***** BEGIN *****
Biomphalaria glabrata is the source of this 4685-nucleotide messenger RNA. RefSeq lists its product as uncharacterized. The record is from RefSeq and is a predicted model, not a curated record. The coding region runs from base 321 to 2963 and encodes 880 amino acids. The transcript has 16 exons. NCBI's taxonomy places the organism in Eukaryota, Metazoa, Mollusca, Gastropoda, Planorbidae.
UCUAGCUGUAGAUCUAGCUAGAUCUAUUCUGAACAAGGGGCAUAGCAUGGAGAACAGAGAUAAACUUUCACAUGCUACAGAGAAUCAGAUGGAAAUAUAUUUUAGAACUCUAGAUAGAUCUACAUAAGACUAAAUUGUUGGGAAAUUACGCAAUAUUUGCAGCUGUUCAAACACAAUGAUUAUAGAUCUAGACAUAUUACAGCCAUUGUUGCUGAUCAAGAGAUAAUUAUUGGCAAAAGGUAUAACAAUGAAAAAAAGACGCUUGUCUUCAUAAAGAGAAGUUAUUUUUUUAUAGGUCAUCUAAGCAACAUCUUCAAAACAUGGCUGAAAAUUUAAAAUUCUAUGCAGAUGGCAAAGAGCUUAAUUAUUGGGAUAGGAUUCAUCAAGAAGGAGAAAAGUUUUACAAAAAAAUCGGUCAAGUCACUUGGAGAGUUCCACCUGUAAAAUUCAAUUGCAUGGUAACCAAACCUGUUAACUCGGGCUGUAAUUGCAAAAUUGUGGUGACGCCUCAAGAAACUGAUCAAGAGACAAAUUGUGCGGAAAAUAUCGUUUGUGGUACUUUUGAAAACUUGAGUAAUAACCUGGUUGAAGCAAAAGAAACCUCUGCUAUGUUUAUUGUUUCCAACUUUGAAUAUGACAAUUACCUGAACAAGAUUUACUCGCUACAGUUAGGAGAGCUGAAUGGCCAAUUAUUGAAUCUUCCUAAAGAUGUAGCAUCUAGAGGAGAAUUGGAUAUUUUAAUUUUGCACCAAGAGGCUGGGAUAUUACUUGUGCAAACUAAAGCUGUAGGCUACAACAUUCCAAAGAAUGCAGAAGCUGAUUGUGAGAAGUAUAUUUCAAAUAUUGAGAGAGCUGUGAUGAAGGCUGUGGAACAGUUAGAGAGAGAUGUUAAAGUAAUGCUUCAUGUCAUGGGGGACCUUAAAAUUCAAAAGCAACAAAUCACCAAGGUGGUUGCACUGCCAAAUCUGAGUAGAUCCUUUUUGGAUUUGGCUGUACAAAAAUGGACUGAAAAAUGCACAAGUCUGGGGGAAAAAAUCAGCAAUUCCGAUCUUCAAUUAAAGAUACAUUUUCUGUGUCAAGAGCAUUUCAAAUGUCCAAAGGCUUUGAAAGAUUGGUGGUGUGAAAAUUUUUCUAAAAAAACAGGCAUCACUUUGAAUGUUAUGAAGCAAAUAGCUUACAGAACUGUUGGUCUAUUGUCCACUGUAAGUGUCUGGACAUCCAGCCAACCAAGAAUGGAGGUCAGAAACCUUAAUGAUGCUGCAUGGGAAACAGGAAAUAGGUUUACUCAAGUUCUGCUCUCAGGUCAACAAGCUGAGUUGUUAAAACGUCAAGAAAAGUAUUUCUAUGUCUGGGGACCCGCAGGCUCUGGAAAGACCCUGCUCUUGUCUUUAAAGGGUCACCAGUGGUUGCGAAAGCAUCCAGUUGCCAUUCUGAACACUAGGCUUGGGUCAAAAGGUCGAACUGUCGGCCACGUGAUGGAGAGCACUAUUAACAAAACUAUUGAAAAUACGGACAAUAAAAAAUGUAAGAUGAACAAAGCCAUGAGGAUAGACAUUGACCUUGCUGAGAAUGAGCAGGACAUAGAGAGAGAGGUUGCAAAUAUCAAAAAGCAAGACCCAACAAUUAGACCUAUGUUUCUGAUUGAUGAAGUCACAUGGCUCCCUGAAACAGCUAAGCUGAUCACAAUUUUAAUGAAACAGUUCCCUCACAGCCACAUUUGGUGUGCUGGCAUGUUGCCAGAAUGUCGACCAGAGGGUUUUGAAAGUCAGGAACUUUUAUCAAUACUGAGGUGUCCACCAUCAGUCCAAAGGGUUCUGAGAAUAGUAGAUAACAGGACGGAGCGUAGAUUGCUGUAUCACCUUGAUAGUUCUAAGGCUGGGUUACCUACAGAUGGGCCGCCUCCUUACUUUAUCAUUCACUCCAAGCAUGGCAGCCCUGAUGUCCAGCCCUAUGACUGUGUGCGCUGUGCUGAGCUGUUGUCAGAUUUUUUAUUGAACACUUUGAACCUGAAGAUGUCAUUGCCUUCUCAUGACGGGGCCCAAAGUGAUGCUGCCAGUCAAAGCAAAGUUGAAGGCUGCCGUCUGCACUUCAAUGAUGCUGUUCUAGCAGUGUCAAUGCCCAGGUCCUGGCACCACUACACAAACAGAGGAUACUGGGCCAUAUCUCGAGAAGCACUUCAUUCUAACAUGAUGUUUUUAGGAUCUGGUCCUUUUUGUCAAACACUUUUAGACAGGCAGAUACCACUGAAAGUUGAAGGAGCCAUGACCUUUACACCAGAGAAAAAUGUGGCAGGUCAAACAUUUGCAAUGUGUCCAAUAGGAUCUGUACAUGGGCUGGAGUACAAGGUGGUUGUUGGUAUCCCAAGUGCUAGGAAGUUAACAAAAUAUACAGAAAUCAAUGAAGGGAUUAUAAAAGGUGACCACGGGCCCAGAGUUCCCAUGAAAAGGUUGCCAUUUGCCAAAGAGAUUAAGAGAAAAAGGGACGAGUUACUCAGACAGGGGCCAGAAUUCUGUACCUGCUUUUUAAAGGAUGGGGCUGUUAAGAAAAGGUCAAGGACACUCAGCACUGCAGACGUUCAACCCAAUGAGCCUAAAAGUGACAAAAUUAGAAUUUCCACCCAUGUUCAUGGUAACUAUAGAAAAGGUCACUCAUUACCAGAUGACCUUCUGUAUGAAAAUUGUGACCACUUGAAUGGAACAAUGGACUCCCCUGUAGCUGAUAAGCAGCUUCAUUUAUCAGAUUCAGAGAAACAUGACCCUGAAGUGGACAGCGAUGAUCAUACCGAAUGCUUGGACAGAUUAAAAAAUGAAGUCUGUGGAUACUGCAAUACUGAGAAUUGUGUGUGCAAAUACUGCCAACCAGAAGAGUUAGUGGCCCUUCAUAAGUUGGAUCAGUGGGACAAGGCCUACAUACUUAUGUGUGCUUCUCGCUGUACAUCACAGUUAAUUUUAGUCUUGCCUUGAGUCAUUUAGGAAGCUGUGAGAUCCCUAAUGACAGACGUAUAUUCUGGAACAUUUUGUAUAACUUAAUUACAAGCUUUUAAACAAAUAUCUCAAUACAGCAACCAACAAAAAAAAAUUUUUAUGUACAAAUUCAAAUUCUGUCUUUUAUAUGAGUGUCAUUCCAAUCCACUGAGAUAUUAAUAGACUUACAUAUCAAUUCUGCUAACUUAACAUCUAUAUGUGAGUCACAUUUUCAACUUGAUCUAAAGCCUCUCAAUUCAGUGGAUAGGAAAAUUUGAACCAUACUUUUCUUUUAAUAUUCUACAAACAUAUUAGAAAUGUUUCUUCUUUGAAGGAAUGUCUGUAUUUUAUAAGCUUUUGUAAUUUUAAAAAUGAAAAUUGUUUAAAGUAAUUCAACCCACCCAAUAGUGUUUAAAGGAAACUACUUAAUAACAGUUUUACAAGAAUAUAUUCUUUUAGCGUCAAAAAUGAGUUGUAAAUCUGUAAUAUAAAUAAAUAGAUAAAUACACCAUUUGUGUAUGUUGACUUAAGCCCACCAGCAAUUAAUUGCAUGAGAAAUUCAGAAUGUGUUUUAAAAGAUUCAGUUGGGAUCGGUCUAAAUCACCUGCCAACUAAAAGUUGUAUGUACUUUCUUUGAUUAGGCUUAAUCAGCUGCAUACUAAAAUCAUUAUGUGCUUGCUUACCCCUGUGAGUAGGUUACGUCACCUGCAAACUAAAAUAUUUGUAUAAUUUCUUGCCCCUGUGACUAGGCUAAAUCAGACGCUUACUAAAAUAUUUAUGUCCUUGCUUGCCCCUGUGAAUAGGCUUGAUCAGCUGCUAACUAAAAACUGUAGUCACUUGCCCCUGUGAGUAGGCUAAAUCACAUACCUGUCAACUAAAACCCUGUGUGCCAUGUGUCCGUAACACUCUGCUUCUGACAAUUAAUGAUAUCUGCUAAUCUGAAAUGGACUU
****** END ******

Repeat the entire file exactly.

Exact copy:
Biomphalaria glabrata is the source of this 4685-nucleotide messenger RNA. RefSeq lists its product as uncharacterized. The record is from RefSeq and is a predicted model, not a curated record. The coding region runs from base 321 to 2963 and encodes 880 amino acids. The transcript has 16 exons. NCBI's taxonomy places the organism in Eukaryota, Metazoa, Mollusca, Gastropoda, Planorbidae.
UCUAGCUGUAGAUCUAGCUAGAUCUAUUCUGAACAAGGGGCAUAGCAUGGAGAACAGAGAUAAACUUUCACAUGCUACAGAGAAUCAGAUGGAAAUAUAUUUUAGAACUCUAGAUAGAUCUACAUAAGACUAAAUUGUUGGGAAAUUACGCAAUAUUUGCAGCUGUUCAAACACAAUGAUUAUAGAUCUAGACAUAUUACAGCCAUUGUUGCUGAUCAAGAGAUAAUUAUUGGCAAAAGGUAUAACAAUGAAAAAAAGACGCUUGUCUUCAUAAAGAGAAGUUAUUUUUUUAUAGGUCAUCUAAGCAACAUCUUCAAAACAUGGCUGAAAAUUUAAAAUUCUAUGCAGAUGGCAAAGAGCUUAAUUAUUGGGAUAGGAUUCAUCAAGAAGGAGAAAAGUUUUACAAAAAAAUCGGUCAAGUCACUUGGAGAGUUCCACCUGUAAAAUUCAAUUGCAUGGUAACCAAACCUGUUAACUCGGGCUGUAAUUGCAAAAUUGUGGUGACGCCUCAAGAAACUGAUCAAGAGACAAAUUGUGCGGAAAAUAUCGUUUGUGGUACUUUUGAAAACUUGAGUAAUAACCUGGUUGAAGCAAAAGAAACCUCUGCUAUGUUUAUUGUUUCCAACUUUGAAUAUGACAAUUACCUGAACAAGAUUUACUCGCUACAGUUAGGAGAGCUGAAUGGCCAAUUAUUGAAUCUUCCUAAAGAUGUAGCAUCUAGAGGAGAAUUGGAUAUUUUAAUUUUGCACCAAGAGGCUGGGAUAUUACUUGUGCAAACUAAAGCUGUAGGCUACAACAUUCCAAAGAAUGCAGAAGCUGAUUGUGAGAAGUAUAUUUCAAAUAUUGAGAGAGCUGUGAUGAAGGCUGUGGAACAGUUAGAGAGAGAUGUUAAAGUAAUGCUUCAUGUCAUGGGGGACCUUAAAAUUCAAAAGCAACAAAUCACCAAGGUGGUUGCACUGCCAAAUCUGAGUAGAUCCUUUUUGGAUUUGGCUGUACAAAAAUGGACUGAAAAAUGCACAAGUCUGGGGGAAAAAAUCAGCAAUUCCGAUCUUCAAUUAAAGAUACAUUUUCUGUGUCAAGAGCAUUUCAAAUGUCCAAAGGCUUUGAAAGAUUGGUGGUGUGAAAAUUUUUCUAAAAAAACAGGCAUCACUUUGAAUGUUAUGAAGCAAAUAGCUUACAGAACUGUUGGUCUAUUGUCCACUGUAAGUGUCUGGACAUCCAGCCAACCAAGAAUGGAGGUCAGAAACCUUAAUGAUGCUGCAUGGGAAACAGGAAAUAGGUUUACUCAAGUUCUGCUCUCAGGUCAACAAGCUGAGUUGUUAAAACGUCAAGAAAAGUAUUUCUAUGUCUGGGGACCCGCAGGCUCUGGAAAGACCCUGCUCUUGUCUUUAAAGGGUCACCAGUGGUUGCGAAAGCAUCCAGUUGCCAUUCUGAACACUAGGCUUGGGUCAAAAGGUCGAACUGUCGGCCACGUGAUGGAGAGCACUAUUAACAAAACUAUUGAAAAUACGGACAAUAAAAAAUGUAAGAUGAACAAAGCCAUGAGGAUAGACAUUGACCUUGCUGAGAAUGAGCAGGACAUAGAGAGAGAGGUUGCAAAUAUCAAAAAGCAAGACCCAACAAUUAGACCUAUGUUUCUGAUUGAUGAAGUCACAUGGCUCCCUGAAACAGCUAAGCUGAUCACAAUUUUAAUGAAACAGUUCCCUCACAGCCACAUUUGGUGUGCUGGCAUGUUGCCAGAAUGUCGACCAGAGGGUUUUGAAAGUCAGGAACUUUUAUCAAUACUGAGGUGUCCACCAUCAGUCCAAAGGGUUCUGAGAAUAGUAGAUAACAGGACGGAGCGUAGAUUGCUGUAUCACCUUGAUAGUUCUAAGGCUGGGUUACCUACAGAUGGGCCGCCUCCUUACUUUAUCAUUCACUCCAAGCAUGGCAGCCCUGAUGUCCAGCCCUAUGACUGUGUGCGCUGUGCUGAGCUGUUGUCAGAUUUUUUAUUGAACACUUUGAACCUGAAGAUGUCAUUGCCUUCUCAUGACGGGGCCCAAAGUGAUGCUGCCAGUCAAAGCAAAGUUGAAGGCUGCCGUCUGCACUUCAAUGAUGCUGUUCUAGCAGUGUCAAUGCCCAGGUCCUGGCACCACUACACAAACAGAGGAUACUGGGCCAUAUCUCGAGAAGCACUUCAUUCUAACAUGAUGUUUUUAGGAUCUGGUCCUUUUUGUCAAACACUUUUAGACAGGCAGAUACCACUGAAAGUUGAAGGAGCCAUGACCUUUACACCAGAGAAAAAUGUGGCAGGUCAAACAUUUGCAAUGUGUCCAAUAGGAUCUGUACAUGGGCUGGAGUACAAGGUGGUUGUUGGUAUCCCAAGUGCUAGGAAGUUAACAAAAUAUACAGAAAUCAAUGAAGGGAUUAUAAAAGGUGACCACGGGCCCAGAGUUCCCAUGAAAAGGUUGCCAUUUGCCAAAGAGAUUAAGAGAAAAAGGGACGAGUUACUCAGACAGGGGCCAGAAUUCUGUACCUGCUUUUUAAAGGAUGGGGCUGUUAAGAAAAGGUCAAGGACACUCAGCACUGCAGACGUUCAACCCAAUGAGCCUAAAAGUGACAAAAUUAGAAUUUCCACCCAUGUUCAUGGUAACUAUAGAAAAGGUCACUCAUUACCAGAUGACCUUCUGUAUGAAAAUUGUGACCACUUGAAUGGAACAAUGGACUCCCCUGUAGCUGAUAAGCAGCUUCAUUUAUCAGAUUCAGAGAAACAUGACCCUGAAGUGGACAGCGAUGAUCAUACCGAAUGCUUGGACAGAUUAAAAAAUGAAGUCUGUGGAUACUGCAAUACUGAGAAUUGUGUGUGCAAAUACUGCCAACCAGAAGAGUUAGUGGCCCUUCAUAAGUUGGAUCAGUGGGACAAGGCCUACAUACUUAUGUGUGCUUCUCGCUGUACAUCACAGUUAAUUUUAGUCUUGCCUUGAGUCAUUUAGGAAGCUGUGAGAUCCCUAAUGACAGACGUAUAUUCUGGAACAUUUUGUAUAACUUAAUUACAAGCUUUUAAACAAAUAUCUCAAUACAGCAACCAACAAAAAAAAAUUUUUAUGUACAAAUUCAAAUUCUGUCUUUUAUAUGAGUGUCAUUCCAAUCCACUGAGAUAUUAAUAGACUUACAUAUCAAUUCUGCUAACUUAACAUCUAUAUGUGAGUCACAUUUUCAACUUGAUCUAAAGCCUCUCAAUUCAGUGGAUAGGAAAAUUUGAACCAUACUUUUCUUUUAAUAUUCUACAAACAUAUUAGAAAUGUUUCUUCUUUGAAGGAAUGUCUGUAUUUUAUAAGCUUUUGUAAUUUUAAAAAUGAAAAUUGUUUAAAGUAAUUCAACCCACCCAAUAGUGUUUAAAGGAAACUACUUAAUAACAGUUUUACAAGAAUAUAUUCUUUUAGCGUCAAAAAUGAGUUGUAAAUCUGUAAUAUAAAUAAAUAGAUAAAUACACCAUUUGUGUAUGUUGACUUAAGCCCACCAGCAAUUAAUUGCAUGAGAAAUUCAGAAUGUGUUUUAAAAGAUUCAGUUGGGAUCGGUCUAAAUCACCUGCCAACUAAAAGUUGUAUGUACUUUCUUUGAUUAGGCUUAAUCAGCUGCAUACUAAAAUCAUUAUGUGCUUGCUUACCCCUGUGAGUAGGUUACGUCACCUGCAAACUAAAAUAUUUGUAUAAUUUCUUGCCCCUGUGACUAGGCUAAAUCAGACGCUUACUAAAAUAUUUAUGUCCUUGCUUGCCCCUGUGAAUAGGCUUGAUCAGCUGCUAACUAAAAACUGUAGUCACUUGCCCCUGUGAGUAGGCUAAAUCACAUACCUGUCAACUAAAACCCUGUGUGCCAUGUGUCCGUAACACUCUGCUUCUGACAAUUAAUGAUAUCUGCUAAUCUGAAAUGGACUU